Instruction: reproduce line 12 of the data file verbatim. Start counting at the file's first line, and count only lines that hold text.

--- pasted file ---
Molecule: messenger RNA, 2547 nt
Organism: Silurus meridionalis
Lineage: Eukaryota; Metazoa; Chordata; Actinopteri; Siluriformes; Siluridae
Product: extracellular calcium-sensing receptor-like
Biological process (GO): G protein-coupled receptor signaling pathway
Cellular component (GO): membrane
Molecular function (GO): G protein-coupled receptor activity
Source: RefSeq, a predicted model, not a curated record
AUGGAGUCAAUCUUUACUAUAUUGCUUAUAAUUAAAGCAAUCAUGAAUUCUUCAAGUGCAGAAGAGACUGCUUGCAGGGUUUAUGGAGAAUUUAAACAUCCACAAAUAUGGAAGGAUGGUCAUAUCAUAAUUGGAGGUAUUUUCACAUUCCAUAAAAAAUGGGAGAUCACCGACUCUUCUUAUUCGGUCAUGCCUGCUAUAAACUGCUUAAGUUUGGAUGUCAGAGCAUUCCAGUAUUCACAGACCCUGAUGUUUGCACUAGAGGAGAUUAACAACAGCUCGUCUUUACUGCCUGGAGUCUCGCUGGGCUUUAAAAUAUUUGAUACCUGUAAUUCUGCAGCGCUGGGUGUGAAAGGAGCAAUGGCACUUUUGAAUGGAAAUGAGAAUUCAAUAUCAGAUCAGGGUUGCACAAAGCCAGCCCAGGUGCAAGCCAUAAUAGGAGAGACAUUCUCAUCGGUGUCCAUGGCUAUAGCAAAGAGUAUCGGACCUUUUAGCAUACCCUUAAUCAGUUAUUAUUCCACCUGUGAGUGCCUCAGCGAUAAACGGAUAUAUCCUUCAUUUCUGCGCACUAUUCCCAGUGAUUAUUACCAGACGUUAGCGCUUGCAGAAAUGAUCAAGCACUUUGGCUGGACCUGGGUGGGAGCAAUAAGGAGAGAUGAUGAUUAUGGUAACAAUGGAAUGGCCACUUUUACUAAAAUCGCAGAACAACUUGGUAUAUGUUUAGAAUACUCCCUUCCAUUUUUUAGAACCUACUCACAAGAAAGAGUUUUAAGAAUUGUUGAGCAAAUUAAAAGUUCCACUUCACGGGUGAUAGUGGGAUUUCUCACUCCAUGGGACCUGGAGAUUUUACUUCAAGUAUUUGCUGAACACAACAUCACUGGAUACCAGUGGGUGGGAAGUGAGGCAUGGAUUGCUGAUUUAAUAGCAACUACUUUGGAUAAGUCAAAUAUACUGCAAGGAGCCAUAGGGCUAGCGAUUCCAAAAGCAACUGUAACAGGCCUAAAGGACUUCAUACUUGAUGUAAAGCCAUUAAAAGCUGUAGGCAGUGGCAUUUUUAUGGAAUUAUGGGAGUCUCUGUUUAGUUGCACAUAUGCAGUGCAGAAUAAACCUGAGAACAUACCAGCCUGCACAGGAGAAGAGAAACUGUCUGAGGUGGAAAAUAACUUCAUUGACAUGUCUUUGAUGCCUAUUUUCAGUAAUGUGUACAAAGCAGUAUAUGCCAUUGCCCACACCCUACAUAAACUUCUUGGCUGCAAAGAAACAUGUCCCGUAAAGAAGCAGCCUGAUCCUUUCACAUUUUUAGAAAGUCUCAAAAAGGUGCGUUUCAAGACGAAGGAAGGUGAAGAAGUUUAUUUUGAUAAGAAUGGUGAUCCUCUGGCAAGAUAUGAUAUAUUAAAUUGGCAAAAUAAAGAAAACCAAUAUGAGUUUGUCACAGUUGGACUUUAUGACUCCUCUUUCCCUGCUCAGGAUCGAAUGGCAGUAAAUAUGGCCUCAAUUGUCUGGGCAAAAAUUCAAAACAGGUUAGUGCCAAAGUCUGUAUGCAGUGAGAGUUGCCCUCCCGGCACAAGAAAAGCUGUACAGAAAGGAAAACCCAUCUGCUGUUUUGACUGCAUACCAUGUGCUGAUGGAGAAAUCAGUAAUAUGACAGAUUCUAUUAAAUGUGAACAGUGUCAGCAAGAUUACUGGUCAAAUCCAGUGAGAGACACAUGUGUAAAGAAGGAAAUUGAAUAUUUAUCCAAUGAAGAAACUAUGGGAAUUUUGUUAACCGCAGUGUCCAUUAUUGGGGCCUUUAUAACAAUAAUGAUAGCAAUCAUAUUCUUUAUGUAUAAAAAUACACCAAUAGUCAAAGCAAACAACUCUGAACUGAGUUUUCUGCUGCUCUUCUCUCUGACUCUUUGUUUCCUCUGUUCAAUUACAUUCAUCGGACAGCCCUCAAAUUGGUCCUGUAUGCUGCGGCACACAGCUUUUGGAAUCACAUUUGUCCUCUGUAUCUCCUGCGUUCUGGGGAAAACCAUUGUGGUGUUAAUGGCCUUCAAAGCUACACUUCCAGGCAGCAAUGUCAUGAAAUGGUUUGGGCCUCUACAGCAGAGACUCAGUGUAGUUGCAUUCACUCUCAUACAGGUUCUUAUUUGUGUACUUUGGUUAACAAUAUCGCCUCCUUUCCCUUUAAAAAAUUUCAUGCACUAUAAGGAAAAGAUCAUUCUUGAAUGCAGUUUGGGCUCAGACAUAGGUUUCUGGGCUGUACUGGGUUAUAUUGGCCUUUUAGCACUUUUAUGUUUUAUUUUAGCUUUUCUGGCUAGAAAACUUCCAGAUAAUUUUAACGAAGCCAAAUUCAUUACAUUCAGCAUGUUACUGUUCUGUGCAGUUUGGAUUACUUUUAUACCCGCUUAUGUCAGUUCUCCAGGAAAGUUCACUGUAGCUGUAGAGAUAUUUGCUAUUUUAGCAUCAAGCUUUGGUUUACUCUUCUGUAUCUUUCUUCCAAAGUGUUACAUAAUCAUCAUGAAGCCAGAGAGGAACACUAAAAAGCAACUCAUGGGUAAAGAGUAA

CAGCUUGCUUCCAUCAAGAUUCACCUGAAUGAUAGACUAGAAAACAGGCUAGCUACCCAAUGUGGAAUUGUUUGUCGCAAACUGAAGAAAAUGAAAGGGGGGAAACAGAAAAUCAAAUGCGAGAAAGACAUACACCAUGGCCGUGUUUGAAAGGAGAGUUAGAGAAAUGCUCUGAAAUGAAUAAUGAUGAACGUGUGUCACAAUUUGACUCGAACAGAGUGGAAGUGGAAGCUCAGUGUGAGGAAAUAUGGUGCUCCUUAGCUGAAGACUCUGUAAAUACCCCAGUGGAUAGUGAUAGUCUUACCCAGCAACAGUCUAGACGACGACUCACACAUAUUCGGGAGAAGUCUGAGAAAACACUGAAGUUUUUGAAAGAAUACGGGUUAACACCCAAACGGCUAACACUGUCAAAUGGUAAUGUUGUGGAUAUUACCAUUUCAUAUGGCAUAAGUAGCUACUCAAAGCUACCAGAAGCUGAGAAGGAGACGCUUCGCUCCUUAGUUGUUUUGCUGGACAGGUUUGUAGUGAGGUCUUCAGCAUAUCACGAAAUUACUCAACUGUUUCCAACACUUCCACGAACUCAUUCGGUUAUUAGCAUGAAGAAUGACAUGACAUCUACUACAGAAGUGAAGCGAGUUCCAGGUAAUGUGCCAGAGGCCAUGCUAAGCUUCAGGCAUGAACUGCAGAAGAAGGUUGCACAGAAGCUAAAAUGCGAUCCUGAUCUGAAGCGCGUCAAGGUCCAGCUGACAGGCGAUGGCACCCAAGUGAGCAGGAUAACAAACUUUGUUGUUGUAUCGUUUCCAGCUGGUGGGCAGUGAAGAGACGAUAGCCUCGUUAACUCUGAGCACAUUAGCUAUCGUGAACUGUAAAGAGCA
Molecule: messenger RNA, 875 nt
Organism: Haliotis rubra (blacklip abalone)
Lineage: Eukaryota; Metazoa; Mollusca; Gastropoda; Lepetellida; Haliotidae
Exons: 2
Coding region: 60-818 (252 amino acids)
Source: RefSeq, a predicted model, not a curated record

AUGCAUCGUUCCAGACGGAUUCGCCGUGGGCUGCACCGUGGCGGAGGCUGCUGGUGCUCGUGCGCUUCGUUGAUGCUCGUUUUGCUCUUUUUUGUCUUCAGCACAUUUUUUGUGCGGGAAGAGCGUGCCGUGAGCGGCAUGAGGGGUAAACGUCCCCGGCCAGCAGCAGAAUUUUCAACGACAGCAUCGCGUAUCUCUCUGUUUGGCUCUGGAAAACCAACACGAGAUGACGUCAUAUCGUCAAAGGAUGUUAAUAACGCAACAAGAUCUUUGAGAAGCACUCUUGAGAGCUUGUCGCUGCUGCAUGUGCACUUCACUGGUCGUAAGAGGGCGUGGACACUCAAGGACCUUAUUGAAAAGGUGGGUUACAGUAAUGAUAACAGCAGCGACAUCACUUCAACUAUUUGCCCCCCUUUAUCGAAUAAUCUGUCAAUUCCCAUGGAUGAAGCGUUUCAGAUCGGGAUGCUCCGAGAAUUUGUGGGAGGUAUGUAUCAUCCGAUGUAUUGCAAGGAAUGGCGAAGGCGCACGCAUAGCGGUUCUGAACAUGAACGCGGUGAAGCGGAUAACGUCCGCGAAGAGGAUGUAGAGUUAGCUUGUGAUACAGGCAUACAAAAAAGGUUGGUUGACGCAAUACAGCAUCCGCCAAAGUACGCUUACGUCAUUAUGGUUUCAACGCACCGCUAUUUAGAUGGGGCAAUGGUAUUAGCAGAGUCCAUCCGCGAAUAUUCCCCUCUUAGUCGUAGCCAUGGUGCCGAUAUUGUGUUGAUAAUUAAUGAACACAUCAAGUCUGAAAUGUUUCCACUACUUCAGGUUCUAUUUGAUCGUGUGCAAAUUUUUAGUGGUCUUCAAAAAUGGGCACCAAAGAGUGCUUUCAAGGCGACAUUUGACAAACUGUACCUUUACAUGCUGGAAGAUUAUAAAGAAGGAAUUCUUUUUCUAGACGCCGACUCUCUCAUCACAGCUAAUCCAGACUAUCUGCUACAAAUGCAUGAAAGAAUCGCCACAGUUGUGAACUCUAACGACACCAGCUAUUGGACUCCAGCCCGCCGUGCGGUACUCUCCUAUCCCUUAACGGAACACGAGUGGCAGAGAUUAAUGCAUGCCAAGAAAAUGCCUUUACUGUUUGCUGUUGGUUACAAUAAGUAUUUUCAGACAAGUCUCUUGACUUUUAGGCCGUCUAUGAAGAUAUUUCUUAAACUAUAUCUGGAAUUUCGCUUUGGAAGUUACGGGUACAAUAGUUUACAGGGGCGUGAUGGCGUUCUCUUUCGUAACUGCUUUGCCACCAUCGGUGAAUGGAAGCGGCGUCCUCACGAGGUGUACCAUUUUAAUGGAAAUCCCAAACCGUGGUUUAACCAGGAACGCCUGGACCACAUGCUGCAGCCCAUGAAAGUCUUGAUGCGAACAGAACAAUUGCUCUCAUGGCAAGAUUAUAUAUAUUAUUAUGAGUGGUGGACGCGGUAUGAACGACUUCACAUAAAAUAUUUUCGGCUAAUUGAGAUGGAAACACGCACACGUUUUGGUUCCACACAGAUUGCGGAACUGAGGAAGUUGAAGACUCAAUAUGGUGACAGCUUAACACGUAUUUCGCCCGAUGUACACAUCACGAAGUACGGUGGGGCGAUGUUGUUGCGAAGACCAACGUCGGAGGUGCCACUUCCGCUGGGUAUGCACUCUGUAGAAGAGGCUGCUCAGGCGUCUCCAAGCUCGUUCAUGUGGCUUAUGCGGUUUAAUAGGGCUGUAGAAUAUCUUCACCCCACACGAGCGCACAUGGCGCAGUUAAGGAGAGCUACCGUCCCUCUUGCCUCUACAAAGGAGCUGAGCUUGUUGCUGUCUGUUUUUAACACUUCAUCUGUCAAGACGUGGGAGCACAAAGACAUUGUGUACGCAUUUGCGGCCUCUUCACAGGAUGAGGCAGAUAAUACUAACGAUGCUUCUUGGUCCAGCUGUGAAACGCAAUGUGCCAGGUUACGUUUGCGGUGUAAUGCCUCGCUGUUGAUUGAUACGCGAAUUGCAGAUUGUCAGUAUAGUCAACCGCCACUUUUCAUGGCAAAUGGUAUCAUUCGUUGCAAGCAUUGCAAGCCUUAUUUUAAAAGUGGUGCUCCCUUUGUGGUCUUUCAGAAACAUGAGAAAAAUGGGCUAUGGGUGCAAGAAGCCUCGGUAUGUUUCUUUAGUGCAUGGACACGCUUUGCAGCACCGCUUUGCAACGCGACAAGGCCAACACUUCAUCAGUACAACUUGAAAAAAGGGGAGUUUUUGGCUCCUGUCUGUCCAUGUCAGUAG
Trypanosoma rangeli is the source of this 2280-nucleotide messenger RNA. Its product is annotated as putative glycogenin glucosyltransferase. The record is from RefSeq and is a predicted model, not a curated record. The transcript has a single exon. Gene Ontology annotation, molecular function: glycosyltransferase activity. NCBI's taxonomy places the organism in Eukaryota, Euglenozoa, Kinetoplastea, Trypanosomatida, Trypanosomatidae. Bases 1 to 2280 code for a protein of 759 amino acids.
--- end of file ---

Organism: Haliotis rubra (blacklip abalone)